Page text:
The Oil and the Glory

Is it a clean energy trade war yet? China cuts off U.S. rare earth supply

A few days ago, the United States responded to a United Steelworkers suit by announcing an investigation of China’s alleged gargantuan subsidizing of its clean-energy industries — something regarded by many countries, including China, as a strategic priority. Today we get China’s apparent reply: Beijing is cutting off its exports of rare-earth minerals to the ...

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NINGBO, ZHEJIANG - JUNE 03: A boat passes an oil reserve base on the seashore on June 3, 2009 in Ningbo of Zhejiang Province, China. China started to build national oil reserve bases as early as in 2003 to offset oil supply risks and reduce the impact of fluctuating energy prices. China's top economic planning agency would soon submit a draft support plan of the country's new energy industry to the State Council for approval. The support plan would focus on nuclear power and renewable energy as wind and solar power, an official of the National Bureau of Energy said. (Photo by Feng Li/Getty Images)

A few days ago, the United States responded to a United Steelworkers suit by announcing an investigation of China’s alleged gargantuan subsidizing of its clean-energy industries — something regarded by many countries, including China, as a strategic priority. Today we get China’s apparent reply: Beijing is cutting off its exports of rare-earth minerals to the United States, according to the New York Times‘ Keith Bradsher.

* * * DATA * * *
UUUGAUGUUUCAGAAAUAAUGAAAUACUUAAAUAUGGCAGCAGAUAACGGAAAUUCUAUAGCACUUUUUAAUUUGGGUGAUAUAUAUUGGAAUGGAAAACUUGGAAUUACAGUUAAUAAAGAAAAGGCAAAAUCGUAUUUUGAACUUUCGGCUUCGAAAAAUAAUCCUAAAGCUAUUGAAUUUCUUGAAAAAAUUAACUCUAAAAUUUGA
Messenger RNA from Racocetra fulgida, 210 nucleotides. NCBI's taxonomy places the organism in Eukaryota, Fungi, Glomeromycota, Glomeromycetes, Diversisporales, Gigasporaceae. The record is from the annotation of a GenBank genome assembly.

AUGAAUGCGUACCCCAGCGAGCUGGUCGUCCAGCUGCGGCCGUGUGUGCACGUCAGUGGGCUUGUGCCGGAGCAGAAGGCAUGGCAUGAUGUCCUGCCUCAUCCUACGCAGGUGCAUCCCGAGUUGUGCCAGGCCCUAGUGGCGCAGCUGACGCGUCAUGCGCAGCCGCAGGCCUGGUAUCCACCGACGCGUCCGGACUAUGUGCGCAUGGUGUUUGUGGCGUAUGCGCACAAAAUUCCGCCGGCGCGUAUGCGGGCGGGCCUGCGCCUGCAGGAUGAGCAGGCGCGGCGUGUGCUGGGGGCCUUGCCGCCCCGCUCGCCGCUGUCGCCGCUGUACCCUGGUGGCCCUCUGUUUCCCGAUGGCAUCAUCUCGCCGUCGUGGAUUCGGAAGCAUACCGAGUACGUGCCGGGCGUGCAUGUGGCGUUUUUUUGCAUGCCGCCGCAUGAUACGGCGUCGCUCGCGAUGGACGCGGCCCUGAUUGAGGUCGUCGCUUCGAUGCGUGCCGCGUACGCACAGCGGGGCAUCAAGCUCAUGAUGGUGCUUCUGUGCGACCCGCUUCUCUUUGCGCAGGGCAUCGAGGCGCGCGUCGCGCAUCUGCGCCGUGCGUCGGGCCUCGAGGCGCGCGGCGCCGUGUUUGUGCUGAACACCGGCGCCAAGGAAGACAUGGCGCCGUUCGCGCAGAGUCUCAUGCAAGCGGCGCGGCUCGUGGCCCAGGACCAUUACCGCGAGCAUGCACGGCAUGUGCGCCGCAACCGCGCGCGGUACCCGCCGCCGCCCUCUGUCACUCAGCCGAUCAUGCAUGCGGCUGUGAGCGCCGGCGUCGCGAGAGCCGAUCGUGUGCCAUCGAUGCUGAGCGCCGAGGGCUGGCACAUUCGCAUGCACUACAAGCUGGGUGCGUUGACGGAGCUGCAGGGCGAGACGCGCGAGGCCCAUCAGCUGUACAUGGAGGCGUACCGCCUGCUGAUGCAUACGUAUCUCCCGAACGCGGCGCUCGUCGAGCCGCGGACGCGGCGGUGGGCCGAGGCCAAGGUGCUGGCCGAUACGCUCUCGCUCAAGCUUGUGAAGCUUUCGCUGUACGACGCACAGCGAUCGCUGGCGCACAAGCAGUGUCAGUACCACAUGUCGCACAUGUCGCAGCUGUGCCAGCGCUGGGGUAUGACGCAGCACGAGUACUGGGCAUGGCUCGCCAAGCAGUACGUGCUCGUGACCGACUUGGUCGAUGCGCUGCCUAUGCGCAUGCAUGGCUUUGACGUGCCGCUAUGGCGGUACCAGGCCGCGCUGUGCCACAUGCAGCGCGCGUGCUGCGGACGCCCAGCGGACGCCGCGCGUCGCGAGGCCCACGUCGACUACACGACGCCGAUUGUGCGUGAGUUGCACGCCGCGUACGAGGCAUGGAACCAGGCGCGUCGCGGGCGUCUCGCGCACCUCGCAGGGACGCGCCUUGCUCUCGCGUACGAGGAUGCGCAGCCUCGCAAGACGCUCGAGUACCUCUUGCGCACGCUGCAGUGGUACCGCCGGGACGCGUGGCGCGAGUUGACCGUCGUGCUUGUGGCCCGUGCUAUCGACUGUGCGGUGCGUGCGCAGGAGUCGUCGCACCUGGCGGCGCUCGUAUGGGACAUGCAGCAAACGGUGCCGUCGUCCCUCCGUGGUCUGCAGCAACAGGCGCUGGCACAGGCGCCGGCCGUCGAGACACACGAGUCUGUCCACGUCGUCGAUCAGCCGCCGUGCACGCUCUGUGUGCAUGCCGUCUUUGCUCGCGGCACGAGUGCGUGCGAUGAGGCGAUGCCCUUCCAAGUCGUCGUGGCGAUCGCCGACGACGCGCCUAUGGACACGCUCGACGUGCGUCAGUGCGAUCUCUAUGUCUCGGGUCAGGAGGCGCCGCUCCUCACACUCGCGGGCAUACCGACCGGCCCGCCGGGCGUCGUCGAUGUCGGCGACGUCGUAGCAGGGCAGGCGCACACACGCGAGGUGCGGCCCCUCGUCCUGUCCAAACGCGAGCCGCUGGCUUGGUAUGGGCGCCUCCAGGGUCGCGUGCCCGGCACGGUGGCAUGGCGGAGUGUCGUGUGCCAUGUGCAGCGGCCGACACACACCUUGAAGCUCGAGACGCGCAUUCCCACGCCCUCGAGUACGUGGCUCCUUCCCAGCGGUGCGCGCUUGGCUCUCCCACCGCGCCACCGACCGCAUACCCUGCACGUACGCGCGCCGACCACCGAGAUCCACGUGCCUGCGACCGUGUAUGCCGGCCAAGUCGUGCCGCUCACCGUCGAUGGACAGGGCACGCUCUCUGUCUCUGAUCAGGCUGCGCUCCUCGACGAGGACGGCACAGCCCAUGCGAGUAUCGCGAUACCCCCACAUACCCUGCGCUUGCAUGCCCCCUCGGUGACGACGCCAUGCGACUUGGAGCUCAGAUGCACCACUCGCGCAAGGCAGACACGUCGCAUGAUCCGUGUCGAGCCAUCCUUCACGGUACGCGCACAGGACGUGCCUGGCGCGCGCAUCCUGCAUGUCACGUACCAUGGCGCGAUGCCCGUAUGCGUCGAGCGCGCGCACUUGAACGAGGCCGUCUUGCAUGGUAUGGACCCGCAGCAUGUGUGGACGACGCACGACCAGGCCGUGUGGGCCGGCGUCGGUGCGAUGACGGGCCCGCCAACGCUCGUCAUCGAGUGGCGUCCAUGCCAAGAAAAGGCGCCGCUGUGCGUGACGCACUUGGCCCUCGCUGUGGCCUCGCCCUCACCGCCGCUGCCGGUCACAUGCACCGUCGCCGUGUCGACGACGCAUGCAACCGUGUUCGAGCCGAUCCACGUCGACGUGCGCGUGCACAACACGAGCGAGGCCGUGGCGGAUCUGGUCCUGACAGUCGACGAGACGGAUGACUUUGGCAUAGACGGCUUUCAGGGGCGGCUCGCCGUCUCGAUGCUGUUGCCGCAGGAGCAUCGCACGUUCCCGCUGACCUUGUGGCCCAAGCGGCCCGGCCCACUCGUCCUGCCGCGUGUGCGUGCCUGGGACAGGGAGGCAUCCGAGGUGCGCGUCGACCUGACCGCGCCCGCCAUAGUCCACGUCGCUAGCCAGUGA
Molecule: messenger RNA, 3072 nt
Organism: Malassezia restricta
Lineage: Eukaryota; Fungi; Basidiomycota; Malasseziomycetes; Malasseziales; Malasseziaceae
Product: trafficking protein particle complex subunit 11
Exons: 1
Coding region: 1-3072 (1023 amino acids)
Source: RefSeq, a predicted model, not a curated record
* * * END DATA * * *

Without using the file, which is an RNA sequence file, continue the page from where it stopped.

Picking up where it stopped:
The 17 rare-earth minerals are crucial to the manufacture of high-tech products such as advanced batteries and flat-screen televisions, and in military equipment such as missiles and jets. China mines about 95 percent of the world’s rare earths.

The news comes the same day that China announced that it is further reducing the export of the minerals to all countries next year. In July, Beijing said it would reduce its rare earth exports by about 40 percent. Next year, it’s set to reduce that volume by another 30 percent, according to another report by Bradsher.

The issue of rare earth availability has alarmed numerous companies and countries. Japan got cut off Sept. 21 after one of its naval cutters arrested a Chinese fisherman for ramming Japanese patrol boats. Since then, several companies have announced plans to accelerate the re-opening of rare earth mines in Australia, the United States, Mongolia, and Kazakhstan, but bringing such projects to fruition can take years.

This latest move significantly escalates a steady increase in economic and trade moves by both countries. If confirmed, the Obama administration might have no choice but to reply with some similar action, particularly given the poisonous mid-term election atmosphere in the United States.

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